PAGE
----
Ever since the Federal Reserve effectively dropped the federal funds rate to zero in December 2008, investors have lived in apprehension of the day rates will go up. Bond prices move in the opposite direction from interest rates, so most experts recommend that investors avoid long-term bonds like the plague.
What about stocks? Is the stock market likely to get hammered with rising interest rates?
Some types of stocks have more interest rate sensitivity than others. They behave more like bonds and will likely see a drop in price as rates move up.
But other parts of the stock market would likely only tumble if rates moved contrary to expectations.
One scenario: “If rates rise faster than expected. Then if that happened the stock market would move in a negative manner,” says Steven Lifland, Ph.D., professor of finance at High Point University in High Point, North Carolina.
Disinflation and sluggish economic growth have been concerns of the central bank for years. In the context of the weak economic recovery, rising interest rates could actually be a good thing.
“Initially in the early stages when interest rates are rising, it’s a good thing: It is a reflection of the economy getting better,” says Scott Wren, senior equity strategist in Wells Fargo Advisors’ Advisory Services Group. “I would argue that, right now, if interest rates were rising because the economy was getting better, the stock market would like that.”
The initial steps of an economic expansion have historically been good for stock prices. When the economy begins to run too hot and prices increase too rapidly, the Fed would move to slow economic growth through monetary policy, which could put a lid on stock market growth.
For now, “If rates are going up because the Fed is seeing a stronger economy, that should influence stock prices to the positive,” Lifland says.
A diversified all-weather portfolio that will theoretically thrive in all types of economic environments is the general answer to market-timing conundrums.
“It’s tough to time to the stock market based on the forecasting of business cycles or interest rate cycles. If you are set up to be a buy and hold — with rebalancing — there isn’t a need to try to forecast and time the interest rate markets,” says CFP professional Jeffery Nauta, CFA, principal at Henrickson Nauta Wealth Advisors in Belmont, Michigan.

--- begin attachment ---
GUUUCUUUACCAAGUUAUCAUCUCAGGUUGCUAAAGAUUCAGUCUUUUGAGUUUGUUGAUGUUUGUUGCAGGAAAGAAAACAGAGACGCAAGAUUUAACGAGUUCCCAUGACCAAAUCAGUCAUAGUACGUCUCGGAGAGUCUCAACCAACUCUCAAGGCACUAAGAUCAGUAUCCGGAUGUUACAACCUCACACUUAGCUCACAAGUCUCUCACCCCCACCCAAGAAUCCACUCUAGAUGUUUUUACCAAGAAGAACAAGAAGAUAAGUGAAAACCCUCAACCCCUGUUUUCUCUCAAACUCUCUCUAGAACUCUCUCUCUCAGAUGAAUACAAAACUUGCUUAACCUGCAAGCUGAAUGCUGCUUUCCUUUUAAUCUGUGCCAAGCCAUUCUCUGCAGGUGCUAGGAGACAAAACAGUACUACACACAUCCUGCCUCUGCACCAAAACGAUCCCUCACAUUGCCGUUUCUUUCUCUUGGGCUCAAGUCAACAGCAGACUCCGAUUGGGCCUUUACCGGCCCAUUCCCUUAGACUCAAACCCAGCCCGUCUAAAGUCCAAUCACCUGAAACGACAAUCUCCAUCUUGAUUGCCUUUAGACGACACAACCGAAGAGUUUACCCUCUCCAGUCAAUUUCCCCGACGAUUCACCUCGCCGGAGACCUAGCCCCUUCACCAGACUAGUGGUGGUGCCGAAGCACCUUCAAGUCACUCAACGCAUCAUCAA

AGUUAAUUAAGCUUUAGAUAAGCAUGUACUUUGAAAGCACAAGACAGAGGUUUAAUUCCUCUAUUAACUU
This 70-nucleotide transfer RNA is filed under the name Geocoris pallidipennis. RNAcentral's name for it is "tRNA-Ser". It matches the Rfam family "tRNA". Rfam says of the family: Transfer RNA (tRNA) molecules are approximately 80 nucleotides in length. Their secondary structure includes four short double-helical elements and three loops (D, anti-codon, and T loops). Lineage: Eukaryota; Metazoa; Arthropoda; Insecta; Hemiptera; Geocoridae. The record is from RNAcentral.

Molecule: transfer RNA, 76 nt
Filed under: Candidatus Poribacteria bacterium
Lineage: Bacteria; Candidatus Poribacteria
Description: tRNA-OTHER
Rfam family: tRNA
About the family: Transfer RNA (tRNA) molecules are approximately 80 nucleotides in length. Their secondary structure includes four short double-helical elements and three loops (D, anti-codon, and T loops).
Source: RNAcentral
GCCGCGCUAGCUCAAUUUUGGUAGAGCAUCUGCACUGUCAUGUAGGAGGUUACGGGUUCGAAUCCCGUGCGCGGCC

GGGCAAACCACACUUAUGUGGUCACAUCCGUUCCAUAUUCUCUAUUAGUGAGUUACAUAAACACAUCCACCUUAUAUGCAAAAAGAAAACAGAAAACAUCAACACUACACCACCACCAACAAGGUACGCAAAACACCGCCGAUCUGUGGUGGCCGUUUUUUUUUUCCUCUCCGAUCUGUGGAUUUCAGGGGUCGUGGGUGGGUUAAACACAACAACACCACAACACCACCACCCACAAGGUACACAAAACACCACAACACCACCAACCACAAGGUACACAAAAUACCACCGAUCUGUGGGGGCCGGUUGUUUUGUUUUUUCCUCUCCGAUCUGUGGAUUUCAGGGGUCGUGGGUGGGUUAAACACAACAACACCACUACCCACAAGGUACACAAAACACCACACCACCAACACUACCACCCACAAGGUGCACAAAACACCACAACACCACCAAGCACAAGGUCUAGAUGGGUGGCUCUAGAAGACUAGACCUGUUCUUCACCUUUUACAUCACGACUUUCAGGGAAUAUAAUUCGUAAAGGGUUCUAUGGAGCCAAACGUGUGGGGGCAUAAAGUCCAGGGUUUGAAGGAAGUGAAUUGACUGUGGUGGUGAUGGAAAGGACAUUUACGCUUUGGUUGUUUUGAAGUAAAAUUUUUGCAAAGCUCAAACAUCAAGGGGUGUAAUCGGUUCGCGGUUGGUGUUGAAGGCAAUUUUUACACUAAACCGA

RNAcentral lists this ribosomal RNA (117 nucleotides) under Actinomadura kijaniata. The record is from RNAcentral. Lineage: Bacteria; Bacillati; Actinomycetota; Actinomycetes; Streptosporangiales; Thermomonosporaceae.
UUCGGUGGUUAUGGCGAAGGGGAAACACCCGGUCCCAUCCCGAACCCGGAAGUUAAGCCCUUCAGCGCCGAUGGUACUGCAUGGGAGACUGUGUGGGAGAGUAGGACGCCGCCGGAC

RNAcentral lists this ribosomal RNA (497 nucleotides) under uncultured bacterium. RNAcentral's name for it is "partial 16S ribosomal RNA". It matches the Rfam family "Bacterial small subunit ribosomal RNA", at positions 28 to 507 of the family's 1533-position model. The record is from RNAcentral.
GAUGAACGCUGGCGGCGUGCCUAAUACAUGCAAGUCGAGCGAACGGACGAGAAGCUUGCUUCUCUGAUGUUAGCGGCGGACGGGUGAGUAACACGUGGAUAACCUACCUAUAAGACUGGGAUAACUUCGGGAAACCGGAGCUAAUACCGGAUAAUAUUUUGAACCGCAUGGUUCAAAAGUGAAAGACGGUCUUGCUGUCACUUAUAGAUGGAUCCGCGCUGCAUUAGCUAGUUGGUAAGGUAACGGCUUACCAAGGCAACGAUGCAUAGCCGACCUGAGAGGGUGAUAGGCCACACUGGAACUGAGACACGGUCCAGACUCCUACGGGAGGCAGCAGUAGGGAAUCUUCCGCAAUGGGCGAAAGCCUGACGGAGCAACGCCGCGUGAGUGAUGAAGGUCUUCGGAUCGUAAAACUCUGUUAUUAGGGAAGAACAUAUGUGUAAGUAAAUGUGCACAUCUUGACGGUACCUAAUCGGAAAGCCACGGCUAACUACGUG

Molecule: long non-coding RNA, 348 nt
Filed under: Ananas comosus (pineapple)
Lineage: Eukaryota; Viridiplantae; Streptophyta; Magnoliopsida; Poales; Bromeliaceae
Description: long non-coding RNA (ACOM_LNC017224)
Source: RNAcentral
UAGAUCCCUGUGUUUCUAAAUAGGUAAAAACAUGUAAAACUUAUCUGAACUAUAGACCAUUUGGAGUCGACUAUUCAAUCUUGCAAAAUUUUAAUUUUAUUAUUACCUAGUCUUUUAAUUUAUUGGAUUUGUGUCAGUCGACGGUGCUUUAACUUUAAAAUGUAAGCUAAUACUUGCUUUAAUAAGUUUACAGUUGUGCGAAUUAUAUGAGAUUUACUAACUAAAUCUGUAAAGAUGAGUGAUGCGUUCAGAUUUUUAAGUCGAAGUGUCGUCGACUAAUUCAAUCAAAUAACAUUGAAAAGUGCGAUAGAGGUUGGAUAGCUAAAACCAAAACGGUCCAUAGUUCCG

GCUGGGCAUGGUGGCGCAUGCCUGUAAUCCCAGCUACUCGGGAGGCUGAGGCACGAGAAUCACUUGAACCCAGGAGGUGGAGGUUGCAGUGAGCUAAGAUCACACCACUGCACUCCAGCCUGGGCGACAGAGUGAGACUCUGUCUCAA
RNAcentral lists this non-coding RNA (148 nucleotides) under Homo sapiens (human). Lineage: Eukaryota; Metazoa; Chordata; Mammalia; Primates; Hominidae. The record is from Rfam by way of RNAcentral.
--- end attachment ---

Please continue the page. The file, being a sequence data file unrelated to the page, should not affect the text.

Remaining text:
But the past five years have really been a whole different ball game for fixed-income investors. Thanks to the Fed’s low interest rate policy, many bond investors have been forced to find riskier assets. Rather than playing it safe with Treasury securities or investment-grade corporate bonds, traditional fixed-income investors have moved up the risk ladder to dividend-paying stocks and other investments that pay a high dividend, such as master limited partnerships, or MLPs, and real estate investment trusts, or REITs.
“If you have reached for yield the last few years and gone into utilities and high-dividend-paying stocks that are interest rate-sensitive, maybe bring (your portfolio) back in line with a diversified total return approach,” says Nauta.
Investing in utility stocks is sometimes viewed as a defensive move. For instance, when the economy is contracting, investors may be drawn to the stability that utilities represent. In an expanding economy, utilities are the investment equivalent of a swing set at an amusement park: Sure it’s great when it’s the only game in town, but compared to high-octane rides, well, it’s just a little lackluster.
“Their business model is such that there are high barriers to entry. They are a very stable company. The give-up on that is that you don’t expect high capital-gain returns from utilities. But they do pay a high and stable dividend,” says Nauta.
While utility stocks are at the far end of the spectrum for stocks that act like bonds — the poster child for that designation, according to Nauta — other types of investments are sensitive to interest rate movements.
For instance, some REITs and MLPs can react to interest rate moves. “And also some of the preferred stocks, those are going to have an interest rate sensitivity to them,” says Nauta.
When interest rates increase, the price of preferred stocks can go down. That’s due to their hybrid structure; they’re set up like a cross between a stock and a bond.
Broadly speaking, a few different types of companies benefit from an economic uptick.
“If long-term interest rates are rising as the result of stronger economic growth, then companies with cyclical earnings should benefit,” says Peter Lazaroff, CFA, CFP professional and portfolio manager at Acropolis Investment Management in St. Louis. “Many companies within the industrial and energy sectors are commonly linked to economic growth, but consumer discretionary stocks, particularly luxury brands, tend to excel in periods of stronger economic growth,” he adds.
Wells Fargo’s Wren posits that businesses that thrive in a rising rate environment, such as information technology and industrials, have a few more years to flourish.
“The cyclical market still has two or three years to run in those sectors and industries that are more sensitive to the ebb and flow of the economy,” he says.
Interest rate increases by the central bank will begin to have a slowing impact on the economy. Most prognosticators believe the central bank is still a long way from hitting the brakes significantly.